Friday, November 14, 2008

The Venezuelan 2008 election: update 16 - Holding Margarita

Turning and turning in the widening gyre
The falcon cannot hear the falconer;
Things fall apart; the centre cannot hold;
Mere anarchy is loosed upon the world,
The blood-dimmed tide is loosed, and everywhere
The ceremony of innocence is drowned;
The best lack all conviction, while the worst
Are full of passionate intensity.

Excerpt from “The Second Coming” by WB Yeats

I must start with an apology: Chavez does not deserve any verse from Yeats (or any major poet for that matter). In fact, ten years of shoddy revolution have failed to generate any work of fiction, poetry or any visual art that is deserving of attention. You may count “uh!ah! Chavez no se va” as the epitome of chavismo creativity.

But as we are reaching the last stretch of a local election turned national from Chavez involvement I found these extraordinary verses of Yeats quite up to date since their writing after the bloodshed of the “Great War”. I suppose it is the fate of great poetry, to always speak to us and to always find applications for our days.

I was thinking of that as I learned that today Chavez was once again traveling to Nueva Esparta to try to unseat the current governor, Morel Rodriguez, standing for reelection and a sure winner according to all polls. Why is Chavez so intent in unseating the governor of the smallest state of the country, I cannot fathom except for his very own arrogance. Would not his time be better spent in traveling through Miranda or Guarico or Bolivar? Are not those states more important for Chavez if he were to seek ways of reelecting himself?

But no. Today he is coming to Nueva Esparta to hold his own meeting a couple of hours after Morel closes his campaign with a rally at “Calle del hambre”, the late night playground of Margarita Island. Really, Chavez is lowering himself to vicarious dick size measurement through crowds. I am not sure where Chavez his holding his meeting (I say Chavez because the name of the PSUV candidate for Nueva Esparta has long ago stopped mattering, as did the name of the candidates in the states that Chavez haunts these days).

I do not know whether Chavez crowds will be larger than Morel’s. One thing is certain, we will know whether the attendants are from Margarita: the ferries to Margarita will be full of bus of people waving red flags. In fact callers at Globovision mention that ferry service was “suspended” today to the general public and that PDVSA workers in Anzoategui got a free day to travel.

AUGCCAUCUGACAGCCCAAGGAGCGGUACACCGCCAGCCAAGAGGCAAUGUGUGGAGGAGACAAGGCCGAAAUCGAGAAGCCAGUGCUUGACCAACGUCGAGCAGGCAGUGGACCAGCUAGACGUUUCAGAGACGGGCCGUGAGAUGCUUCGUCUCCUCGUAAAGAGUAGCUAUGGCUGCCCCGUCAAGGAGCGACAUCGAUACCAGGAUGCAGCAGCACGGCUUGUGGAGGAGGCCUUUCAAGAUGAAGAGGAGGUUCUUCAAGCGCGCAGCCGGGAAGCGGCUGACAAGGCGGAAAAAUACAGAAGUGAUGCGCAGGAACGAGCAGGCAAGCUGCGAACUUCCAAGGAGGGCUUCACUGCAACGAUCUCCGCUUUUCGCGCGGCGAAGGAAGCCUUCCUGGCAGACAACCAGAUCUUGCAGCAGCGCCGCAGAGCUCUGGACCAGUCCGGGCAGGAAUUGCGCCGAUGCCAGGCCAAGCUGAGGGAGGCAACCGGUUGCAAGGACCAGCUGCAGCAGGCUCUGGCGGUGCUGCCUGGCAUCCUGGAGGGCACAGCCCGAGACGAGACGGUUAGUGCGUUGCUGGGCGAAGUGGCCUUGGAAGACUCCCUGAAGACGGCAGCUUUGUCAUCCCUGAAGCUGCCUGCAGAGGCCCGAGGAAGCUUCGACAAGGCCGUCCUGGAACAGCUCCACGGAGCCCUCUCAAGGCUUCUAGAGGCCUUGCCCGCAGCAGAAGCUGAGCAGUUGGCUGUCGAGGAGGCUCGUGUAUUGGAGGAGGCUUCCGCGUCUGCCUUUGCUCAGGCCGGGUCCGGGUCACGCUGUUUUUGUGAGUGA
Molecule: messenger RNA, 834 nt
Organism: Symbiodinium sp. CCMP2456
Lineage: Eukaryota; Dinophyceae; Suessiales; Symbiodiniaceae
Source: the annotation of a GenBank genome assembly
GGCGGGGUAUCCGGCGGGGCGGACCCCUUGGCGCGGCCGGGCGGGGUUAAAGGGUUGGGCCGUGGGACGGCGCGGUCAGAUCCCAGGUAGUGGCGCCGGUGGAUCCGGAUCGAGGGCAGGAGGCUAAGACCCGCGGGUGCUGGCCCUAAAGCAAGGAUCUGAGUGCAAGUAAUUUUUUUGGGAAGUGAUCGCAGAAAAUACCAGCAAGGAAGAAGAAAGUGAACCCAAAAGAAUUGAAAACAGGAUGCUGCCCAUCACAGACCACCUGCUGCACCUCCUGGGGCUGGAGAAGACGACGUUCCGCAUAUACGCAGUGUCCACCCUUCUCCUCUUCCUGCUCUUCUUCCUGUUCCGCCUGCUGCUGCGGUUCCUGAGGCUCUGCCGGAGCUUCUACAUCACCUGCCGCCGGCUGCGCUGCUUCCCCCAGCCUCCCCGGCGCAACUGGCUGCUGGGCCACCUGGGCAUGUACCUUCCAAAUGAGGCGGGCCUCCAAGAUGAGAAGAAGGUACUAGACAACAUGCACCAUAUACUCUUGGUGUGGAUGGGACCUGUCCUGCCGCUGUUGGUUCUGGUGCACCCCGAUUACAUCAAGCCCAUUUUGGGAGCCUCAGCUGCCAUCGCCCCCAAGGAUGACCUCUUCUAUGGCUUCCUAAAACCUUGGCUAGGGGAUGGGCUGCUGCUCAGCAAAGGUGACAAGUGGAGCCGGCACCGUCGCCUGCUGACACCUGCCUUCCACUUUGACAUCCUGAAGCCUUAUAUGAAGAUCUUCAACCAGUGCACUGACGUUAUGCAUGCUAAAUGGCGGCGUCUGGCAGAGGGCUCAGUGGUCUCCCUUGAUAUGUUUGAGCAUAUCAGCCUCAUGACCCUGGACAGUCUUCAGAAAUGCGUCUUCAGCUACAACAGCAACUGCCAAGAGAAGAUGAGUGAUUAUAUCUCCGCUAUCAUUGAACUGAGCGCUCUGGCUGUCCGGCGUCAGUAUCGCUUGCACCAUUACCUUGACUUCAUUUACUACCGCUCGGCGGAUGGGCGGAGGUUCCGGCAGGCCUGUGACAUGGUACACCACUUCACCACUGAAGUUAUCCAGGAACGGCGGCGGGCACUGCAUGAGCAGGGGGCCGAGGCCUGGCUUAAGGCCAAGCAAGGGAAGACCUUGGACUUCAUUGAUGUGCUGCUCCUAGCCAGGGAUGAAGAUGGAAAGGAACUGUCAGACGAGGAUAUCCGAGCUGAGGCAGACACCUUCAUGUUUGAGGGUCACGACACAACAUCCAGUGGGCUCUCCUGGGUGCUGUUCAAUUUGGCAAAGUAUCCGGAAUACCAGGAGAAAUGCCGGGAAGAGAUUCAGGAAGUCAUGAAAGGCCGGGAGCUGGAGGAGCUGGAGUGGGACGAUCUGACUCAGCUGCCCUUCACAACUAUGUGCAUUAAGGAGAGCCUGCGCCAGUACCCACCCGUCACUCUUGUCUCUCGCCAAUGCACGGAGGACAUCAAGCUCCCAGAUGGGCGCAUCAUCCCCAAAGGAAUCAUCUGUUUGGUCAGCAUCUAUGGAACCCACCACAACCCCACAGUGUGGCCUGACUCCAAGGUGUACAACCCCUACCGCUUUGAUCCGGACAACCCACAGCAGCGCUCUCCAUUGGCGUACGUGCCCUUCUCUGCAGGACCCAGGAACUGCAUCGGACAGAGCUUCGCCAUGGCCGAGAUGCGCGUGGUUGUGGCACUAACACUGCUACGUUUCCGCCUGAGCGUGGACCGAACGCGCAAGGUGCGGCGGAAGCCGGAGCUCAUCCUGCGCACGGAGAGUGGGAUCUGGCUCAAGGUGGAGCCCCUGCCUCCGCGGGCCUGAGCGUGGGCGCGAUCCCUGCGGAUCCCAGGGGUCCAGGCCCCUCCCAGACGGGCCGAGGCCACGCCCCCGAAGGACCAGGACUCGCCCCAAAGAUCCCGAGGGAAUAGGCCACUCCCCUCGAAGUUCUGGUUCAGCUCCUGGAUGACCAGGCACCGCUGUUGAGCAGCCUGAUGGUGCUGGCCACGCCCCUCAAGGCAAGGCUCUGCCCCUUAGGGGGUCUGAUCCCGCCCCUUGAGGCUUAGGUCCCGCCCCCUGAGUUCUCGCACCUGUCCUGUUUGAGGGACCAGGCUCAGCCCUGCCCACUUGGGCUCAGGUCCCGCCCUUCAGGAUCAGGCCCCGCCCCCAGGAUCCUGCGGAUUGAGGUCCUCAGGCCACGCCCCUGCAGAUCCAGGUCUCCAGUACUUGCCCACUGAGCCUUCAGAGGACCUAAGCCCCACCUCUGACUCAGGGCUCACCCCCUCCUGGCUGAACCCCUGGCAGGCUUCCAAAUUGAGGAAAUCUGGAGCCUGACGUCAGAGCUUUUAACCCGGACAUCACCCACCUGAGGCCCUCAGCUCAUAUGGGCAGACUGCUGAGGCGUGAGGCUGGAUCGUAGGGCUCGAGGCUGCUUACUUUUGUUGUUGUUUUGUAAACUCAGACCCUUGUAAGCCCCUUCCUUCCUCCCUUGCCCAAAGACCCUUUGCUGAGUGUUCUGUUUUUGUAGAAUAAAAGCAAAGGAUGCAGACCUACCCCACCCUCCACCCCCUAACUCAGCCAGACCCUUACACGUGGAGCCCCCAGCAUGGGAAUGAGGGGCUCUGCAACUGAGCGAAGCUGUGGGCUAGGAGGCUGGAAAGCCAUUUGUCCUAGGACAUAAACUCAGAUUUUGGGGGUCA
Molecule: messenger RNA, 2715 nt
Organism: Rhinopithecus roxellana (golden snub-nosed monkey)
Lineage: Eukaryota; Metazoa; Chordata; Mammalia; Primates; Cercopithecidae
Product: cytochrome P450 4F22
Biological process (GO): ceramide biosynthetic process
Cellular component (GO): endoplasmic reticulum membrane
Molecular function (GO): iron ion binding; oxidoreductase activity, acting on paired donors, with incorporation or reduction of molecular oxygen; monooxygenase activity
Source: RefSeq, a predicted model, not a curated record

But all that is folklore and must be read with a half smile. What is more telling is that indeed the center is not holding anymore for Chavez and that he is desperate in trying to patch it back one way or the other. Polls in this last week of reporting seem to guarantee at least 6 states for the opposition. That number is enough to come across as an opposition significant victory considering Chavez self exposure in the campaign. More states and it becomes a major defeat for Hugo Supremo.

I am not sure about the best lacking conviction, but if we are lacking in best man at least we have some average men that are showing more backbone than we had been excepting from them. Morel today was unperturbed. Rosales called the National Assembly bluff saying that only when they follow rules to convoke him and only of the hearings are public will he go there. Mendoza hit the media with a flurry of serious pollsters results.

The worst do have passionate intensity as they feel their ill acquired jobs wavering. Chavez might have become the governor candidate of 32 states but nullities like Mario Isea are vehemently asking folks not to vote for any of the UNT candidates. The poor thing became a mess when a journalist asked him whether that consign not to vote for corrupt officials also applied to suspect PSUV candidates. And Merentes played pollster from his corner.

The last argument of chavismo is to promise anarchy if the opposition wins, the last argument conservatives use the world over. Even pseudo-revolutionary governments become conservative when they hold to office for too long. I wonder if Yeats has a stanza on that.


-The end-

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